The Nizkor Project: Remembering the Holocaust (Shoah)

Shofar FTP Archive File: orgs/american/codoh/university.response/tampa-tribune

Archive/File: orgs/american/codoh/university.response tampa-tribune

Archive/File: holocaust/usa/codoh tampa.001 Last-Modified: 1994/09/07
Source: Holocaust Memorial Museum and Educational Center

    A Better Way to Publicize Hateful Denials of the Holocaust

College newspaper editors all around the country have run up against
on of the tougher calls they will have to make in their careers - when
to say no to an advertisement.

The advertisement in question is 20 paragraphs of pseudo-intellectual
dreck arguing that the Holocaust Museum in Washington has failed to
prove that the Nazis carried out genocide in gas chambers at their
death camps. It calls for an "open debate" about the Holocaust and
suggests that defenders of the historical truth of the Holocaust are
guilty of censorship.

"In a free society, all ideas are best illuminated in the light shed
by open debate," wrote Bradley R. Smith, a Californian who has been
submitting this advertisement to college newspapers around the

The reality of German genocide in the Holocaust is no more a fit
subject for debate than the fact of the deaths of 58,000 Americans in
Vietnam. What happened has been documented with films, photographs and
written records from the Nazis' own meticulous, detailed archives.

Beyond that, there are thousands of eyewitness accounts from survivors
of the death camps and testimony at the Nuremberg trials of Nazi war

We are at a critical point in the history of this atrocity, because
those survivors are dying off, and eventually there will be no one
alive who can speak the truth from firsthand experience.

This opens the way for Nazi apologists to sow doubt, especially in the
minds of young people, for whom World War II is as remote as the siege
of Vicksburg.

Along come Smith and his advertisement, appealing to the young and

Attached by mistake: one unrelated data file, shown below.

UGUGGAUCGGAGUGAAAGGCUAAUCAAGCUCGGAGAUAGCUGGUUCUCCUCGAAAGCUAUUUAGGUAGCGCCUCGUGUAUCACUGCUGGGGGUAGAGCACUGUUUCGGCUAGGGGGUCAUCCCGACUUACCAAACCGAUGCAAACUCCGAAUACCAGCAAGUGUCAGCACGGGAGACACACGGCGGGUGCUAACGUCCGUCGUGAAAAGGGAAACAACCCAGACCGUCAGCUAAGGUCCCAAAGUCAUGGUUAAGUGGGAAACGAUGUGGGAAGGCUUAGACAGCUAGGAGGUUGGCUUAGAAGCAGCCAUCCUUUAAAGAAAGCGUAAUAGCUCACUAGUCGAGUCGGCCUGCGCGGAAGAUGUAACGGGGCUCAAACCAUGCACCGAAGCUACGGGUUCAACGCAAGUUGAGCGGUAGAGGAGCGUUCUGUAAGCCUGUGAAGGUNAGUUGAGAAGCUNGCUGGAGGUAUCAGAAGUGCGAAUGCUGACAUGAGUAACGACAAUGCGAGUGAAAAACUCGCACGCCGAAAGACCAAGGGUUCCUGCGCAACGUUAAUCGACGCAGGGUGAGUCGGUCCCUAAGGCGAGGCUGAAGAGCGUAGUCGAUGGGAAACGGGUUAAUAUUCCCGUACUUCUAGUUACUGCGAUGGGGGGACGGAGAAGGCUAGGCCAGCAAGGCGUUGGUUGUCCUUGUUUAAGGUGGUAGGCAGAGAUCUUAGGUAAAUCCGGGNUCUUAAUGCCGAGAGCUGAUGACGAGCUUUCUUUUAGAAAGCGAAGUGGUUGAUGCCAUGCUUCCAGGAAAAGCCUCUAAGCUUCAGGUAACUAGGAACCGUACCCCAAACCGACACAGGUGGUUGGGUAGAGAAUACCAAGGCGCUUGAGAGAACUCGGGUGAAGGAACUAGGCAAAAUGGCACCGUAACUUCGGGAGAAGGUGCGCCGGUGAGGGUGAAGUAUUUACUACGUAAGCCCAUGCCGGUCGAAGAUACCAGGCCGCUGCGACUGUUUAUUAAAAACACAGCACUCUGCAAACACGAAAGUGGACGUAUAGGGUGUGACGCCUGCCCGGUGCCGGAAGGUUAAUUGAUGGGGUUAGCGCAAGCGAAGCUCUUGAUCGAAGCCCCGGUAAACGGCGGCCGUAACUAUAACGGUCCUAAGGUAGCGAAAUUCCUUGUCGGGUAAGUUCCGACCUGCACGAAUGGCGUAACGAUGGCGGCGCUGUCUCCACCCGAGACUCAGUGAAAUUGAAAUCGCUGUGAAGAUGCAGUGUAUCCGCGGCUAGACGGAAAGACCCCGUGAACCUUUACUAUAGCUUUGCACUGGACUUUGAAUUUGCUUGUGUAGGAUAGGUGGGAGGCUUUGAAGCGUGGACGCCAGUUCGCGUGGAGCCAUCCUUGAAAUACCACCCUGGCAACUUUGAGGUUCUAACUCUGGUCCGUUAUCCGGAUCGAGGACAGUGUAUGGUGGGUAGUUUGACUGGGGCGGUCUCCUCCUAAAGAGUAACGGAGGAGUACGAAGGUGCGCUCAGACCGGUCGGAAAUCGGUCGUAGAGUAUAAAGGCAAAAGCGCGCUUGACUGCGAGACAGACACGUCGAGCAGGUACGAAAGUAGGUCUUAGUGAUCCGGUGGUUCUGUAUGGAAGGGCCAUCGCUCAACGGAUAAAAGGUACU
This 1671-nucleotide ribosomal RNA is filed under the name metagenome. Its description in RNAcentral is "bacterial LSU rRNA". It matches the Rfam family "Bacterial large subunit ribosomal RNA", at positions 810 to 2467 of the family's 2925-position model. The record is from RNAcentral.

uninformed. College newspaper editors and advertising sales managers
faced a difficult choice - print it and be chastised for spreading
rubbish or refuse it and open themselves to the criticism of

The University of Miami newspaper, the _Hurrican_, printed the
advertisement, as did _The Central Florida Future_, an independent
newspaper serving the University of Central Florida in Orlando.

Julio Fernandez, business manager of the _Hurricane_, says that "a
responsible newspaper lets the readers know the different points of
view. Now they know there are people like Mr. Smith out there."

Dave Bauer, editor-in-chief of _The Central Florida Future_, says he
decided to print the advertisement because rejecting it would have
been censorship. "It is not this paper's purpose to squelch ideads
just because they are unpopular," he added.

The ad has run in about 25 student newspapers on college campuses
throughout the country and a comparable number have rejected it.

The senior editor of the Brandeis University newspaper, the _Justice_,
has published a defense of his newspaper's decision to print the ad in
an article in the Masthead, a journal for editorial writers.

Howard Jeruchimowitz, whose grandmother is a Holocaust survivor, says
printing the advertisement was the right thing to do because it
exposed Smith's abhorrent argument to the university, "a community
that can maturely confront this issue and organize against it."

He contends a newspaper "should not ignore this issue or pre-empt even
a fool's argument," asserting Brandeis needed to be aware that this
idea was being fomented across the country.

The newspaper has taken heat for it, but, according to Jeruchimowitz,
Smith should be the target because readers are better equipped to
contend with anti-Semitism and neo-Nazism by knowing what people like
Smith are saying.

The University of South Florida _Oracle_ rejected the advertisement
and also refused a request to print Smith's piece on its editorial
opinion page. 

"We are under no obligation to run this kind of material and we have
control over the editorial content," says Oracle managing editor Kevin
Connolly, noting that the paper has a responsibility to print the
truth and has to stand behind what it prints, whether that be an
advertisement or a news story.

With all due respect to the editors who printed the advertisement and
are suffering for having done so, Connolly is right. A newspaper is
under no obligation to give lunatics a forum to spread lies. If Smith
wants to publish his views on the Holocaust, he is free to do so. He
has the same freedom to speak and print his opinions as any other
American. _The Oracle_, _The Tampa Tribune_ or any other newspaper is
not obliged to put its presses at his disposal.

At the same time, Brandeis' Jeruchimowitz has a point. Smith and
others like him should not be ignored, but there is a better way to
accomplish this goal.

The proper way to alert people to the existence of trends like that
represented by Smith is not by running their opinions as
advertisements, but by writing about the phenominon as news. The
newspaper should not become a liar's stenographer; it should present
this information in a factual, historical context. That way the
readers are informed without being insulted or propagandized.

[This editorial from _The Tampa Tribune_ is reproduced here as an
appropriate response to Bradley Smith and his ilk.]

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